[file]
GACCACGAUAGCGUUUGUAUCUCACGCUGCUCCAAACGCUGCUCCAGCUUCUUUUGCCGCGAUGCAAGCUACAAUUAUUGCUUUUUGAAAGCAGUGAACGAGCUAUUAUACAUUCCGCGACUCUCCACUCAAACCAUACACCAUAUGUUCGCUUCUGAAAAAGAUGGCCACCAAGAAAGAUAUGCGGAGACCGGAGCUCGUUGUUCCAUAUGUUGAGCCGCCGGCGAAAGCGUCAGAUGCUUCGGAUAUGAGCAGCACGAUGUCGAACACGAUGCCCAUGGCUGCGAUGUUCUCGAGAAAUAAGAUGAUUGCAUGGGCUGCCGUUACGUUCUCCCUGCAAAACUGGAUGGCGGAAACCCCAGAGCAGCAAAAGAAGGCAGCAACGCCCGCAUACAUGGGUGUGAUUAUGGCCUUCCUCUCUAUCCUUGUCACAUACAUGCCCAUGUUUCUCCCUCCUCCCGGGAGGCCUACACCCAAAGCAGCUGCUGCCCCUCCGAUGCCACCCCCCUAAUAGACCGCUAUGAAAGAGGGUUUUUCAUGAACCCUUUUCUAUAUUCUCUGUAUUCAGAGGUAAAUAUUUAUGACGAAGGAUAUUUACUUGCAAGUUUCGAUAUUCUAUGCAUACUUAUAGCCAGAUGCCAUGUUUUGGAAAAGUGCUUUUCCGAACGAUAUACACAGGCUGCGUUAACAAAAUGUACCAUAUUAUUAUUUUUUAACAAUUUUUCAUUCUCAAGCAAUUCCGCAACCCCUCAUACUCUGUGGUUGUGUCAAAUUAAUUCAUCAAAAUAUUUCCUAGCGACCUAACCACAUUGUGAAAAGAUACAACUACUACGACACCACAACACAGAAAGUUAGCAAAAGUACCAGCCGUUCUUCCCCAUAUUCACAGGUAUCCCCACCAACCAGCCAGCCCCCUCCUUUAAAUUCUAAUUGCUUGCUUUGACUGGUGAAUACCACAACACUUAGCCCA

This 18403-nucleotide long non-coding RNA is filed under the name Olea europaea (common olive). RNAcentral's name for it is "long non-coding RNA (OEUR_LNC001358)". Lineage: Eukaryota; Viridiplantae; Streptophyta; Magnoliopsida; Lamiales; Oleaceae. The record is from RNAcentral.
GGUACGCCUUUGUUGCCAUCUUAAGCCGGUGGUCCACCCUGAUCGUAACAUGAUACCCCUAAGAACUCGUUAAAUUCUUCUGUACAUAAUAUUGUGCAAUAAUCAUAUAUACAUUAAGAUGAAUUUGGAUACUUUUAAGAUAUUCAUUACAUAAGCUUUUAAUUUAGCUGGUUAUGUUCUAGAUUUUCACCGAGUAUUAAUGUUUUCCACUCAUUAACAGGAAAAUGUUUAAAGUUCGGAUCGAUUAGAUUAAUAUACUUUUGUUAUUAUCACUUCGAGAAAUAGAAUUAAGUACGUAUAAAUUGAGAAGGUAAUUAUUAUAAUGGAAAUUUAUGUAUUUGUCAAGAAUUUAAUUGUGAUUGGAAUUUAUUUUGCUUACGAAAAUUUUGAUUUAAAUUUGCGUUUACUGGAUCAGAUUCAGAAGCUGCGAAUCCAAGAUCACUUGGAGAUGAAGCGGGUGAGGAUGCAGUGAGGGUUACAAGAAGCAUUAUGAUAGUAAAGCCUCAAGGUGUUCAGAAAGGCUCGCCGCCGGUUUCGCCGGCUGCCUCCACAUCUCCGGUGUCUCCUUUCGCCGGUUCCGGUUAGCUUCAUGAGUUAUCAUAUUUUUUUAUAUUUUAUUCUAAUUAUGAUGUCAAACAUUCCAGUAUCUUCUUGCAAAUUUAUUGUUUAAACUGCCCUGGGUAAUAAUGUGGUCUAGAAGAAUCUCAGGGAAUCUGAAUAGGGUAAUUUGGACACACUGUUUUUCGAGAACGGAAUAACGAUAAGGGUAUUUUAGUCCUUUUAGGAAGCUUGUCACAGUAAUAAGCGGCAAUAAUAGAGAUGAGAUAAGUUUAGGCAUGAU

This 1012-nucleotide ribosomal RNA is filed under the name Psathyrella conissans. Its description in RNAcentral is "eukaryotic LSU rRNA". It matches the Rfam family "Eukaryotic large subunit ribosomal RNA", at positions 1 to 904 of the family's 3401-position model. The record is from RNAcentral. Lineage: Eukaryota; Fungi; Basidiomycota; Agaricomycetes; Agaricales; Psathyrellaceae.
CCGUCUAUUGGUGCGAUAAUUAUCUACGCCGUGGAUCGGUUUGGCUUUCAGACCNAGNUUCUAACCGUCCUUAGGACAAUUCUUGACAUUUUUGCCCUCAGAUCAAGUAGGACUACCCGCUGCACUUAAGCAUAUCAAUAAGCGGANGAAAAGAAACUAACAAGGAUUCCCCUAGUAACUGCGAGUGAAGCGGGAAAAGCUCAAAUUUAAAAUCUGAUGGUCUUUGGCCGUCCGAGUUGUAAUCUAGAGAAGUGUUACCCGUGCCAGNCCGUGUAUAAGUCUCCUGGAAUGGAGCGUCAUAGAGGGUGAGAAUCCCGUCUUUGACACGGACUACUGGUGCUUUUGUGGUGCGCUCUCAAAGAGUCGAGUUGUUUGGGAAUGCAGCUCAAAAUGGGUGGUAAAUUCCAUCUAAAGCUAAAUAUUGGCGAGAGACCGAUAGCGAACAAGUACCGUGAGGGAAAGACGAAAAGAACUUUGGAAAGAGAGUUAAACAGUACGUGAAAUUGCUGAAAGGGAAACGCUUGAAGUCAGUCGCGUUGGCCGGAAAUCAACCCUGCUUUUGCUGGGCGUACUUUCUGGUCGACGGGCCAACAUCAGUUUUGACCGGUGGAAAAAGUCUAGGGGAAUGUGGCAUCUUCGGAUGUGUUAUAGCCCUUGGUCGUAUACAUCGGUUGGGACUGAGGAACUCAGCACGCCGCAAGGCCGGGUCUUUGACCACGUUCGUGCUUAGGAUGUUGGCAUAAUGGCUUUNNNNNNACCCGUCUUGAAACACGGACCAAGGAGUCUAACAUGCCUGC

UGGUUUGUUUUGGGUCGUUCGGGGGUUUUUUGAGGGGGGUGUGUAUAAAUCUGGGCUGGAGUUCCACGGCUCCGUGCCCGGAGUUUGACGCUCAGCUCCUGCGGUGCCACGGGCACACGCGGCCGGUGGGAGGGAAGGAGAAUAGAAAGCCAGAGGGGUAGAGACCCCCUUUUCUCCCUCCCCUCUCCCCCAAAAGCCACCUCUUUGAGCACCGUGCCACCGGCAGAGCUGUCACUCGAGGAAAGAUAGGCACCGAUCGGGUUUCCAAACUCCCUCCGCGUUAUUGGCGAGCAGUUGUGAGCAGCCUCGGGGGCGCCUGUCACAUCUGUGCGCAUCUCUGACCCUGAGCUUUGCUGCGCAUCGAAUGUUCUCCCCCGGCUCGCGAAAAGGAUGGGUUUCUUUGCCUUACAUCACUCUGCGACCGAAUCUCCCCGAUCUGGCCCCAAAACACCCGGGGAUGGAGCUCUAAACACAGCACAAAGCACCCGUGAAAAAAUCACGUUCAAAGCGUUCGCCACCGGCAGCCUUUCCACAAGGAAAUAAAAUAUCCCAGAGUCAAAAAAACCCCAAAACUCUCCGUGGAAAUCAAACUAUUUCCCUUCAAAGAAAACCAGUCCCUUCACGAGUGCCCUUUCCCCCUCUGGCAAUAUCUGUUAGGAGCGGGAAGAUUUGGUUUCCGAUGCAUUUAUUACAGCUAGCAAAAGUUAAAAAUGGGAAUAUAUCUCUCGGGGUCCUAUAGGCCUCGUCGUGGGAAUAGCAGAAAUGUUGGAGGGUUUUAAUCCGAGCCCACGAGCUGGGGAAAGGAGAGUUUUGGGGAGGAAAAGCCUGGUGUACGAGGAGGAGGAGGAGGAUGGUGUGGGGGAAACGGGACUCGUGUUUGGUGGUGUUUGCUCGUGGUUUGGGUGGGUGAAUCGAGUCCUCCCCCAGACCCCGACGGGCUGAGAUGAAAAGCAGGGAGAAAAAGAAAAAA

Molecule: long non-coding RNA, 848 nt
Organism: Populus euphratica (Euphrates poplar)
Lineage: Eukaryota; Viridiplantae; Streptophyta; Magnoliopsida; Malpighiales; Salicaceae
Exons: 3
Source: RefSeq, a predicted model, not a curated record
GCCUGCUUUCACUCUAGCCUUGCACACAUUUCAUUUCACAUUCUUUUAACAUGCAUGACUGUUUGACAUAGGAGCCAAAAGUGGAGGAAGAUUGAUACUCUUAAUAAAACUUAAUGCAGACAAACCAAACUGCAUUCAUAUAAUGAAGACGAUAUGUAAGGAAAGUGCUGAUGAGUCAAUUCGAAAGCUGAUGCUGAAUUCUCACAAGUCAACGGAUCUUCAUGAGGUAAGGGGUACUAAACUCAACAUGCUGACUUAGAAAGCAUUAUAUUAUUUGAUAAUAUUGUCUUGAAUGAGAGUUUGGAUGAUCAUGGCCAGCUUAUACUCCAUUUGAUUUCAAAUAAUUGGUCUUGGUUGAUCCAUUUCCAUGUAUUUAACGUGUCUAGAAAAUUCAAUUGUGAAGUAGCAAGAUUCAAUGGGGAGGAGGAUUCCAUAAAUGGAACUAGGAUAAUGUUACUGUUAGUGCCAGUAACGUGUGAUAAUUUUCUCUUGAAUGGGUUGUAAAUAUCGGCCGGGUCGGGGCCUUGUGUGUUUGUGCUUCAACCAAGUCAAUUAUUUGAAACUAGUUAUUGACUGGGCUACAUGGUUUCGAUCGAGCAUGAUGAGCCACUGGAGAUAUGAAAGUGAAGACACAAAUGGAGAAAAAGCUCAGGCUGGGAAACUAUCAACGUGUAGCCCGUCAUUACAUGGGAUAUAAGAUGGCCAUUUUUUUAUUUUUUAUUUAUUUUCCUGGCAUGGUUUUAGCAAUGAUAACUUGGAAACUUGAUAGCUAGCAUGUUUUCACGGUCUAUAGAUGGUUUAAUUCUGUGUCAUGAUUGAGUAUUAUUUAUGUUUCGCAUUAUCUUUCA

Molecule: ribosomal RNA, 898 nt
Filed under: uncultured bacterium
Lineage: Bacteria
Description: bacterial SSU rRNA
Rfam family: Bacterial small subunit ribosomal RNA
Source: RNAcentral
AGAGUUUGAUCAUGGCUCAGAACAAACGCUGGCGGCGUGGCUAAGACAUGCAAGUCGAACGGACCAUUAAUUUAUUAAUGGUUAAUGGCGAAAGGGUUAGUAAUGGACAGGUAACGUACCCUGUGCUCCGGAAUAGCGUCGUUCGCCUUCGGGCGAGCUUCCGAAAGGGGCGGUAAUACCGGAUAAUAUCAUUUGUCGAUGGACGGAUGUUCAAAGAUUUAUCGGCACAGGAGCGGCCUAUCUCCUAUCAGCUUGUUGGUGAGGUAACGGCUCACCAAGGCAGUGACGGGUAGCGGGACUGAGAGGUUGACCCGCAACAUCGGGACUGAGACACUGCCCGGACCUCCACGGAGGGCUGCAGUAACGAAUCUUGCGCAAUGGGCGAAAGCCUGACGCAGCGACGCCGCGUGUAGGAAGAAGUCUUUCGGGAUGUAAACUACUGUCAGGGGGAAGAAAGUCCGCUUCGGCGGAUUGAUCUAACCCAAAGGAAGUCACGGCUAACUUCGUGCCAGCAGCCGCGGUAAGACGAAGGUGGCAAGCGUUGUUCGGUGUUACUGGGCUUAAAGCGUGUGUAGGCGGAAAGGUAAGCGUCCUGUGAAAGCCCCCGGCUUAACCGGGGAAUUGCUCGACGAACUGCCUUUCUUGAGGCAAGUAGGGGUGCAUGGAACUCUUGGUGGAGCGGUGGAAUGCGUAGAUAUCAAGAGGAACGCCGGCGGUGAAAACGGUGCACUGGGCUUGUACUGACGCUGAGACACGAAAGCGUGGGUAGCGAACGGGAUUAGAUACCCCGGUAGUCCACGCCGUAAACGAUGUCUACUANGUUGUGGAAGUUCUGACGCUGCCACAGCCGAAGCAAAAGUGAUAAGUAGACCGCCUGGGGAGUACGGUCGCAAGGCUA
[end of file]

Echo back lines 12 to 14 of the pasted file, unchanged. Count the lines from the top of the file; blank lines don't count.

GCCUGCUUUCACUCUAGCCUUGCACACAUUUCAUUUCACAUUCUUUUAACAUGCAUGACUGUUUGACAUAGGAGCCAAAAGUGGAGGAAGAUUGAUACUCUUAAUAAAACUUAAUGCAGACAAACCAAACUGCAUUCAUAUAAUGAAGACGAUAUGUAAGGAAAGUGCUGAUGAGUCAAUUCGAAAGCUGAUGCUGAAUUCUCACAAGUCAACGGAUCUUCAUGAGGUAAGGGGUACUAAACUCAACAUGCUGACUUAGAAAGCAUUAUAUUAUUUGAUAAUAUUGUCUUGAAUGAGAGUUUGGAUGAUCAUGGCCAGCUUAUACUCCAUUUGAUUUCAAAUAAUUGGUCUUGGUUGAUCCAUUUCCAUGUAUUUAACGUGUCUAGAAAAUUCAAUUGUGAAGUAGCAAGAUUCAAUGGGGAGGAGGAUUCCAUAAAUGGAACUAGGAUAAUGUUACUGUUAGUGCCAGUAACGUGUGAUAAUUUUCUCUUGAAUGGGUUGUAAAUAUCGGCCGGGUCGGGGCCUUGUGUGUUUGUGCUUCAACCAAGUCAAUUAUUUGAAACUAGUUAUUGACUGGGCUACAUGGUUUCGAUCGAGCAUGAUGAGCCACUGGAGAUAUGAAAGUGAAGACACAAAUGGAGAAAAAGCUCAGGCUGGGAAACUAUCAACGUGUAGCCCGUCAUUACAUGGGAUAUAAGAUGGCCAUUUUUUUAUUUUUUAUUUAUUUUCCUGGCAUGGUUUUAGCAAUGAUAACUUGGAAACUUGAUAGCUAGCAUGUUUUCACGGUCUAUAGAUGGUUUAAUUCUGUGUCAUGAUUGAGUAUUAUUUAUGUUUCGCAUUAUCUUUCA

Molecule: ribosomal RNA, 898 nt
Filed under: uncultured bacterium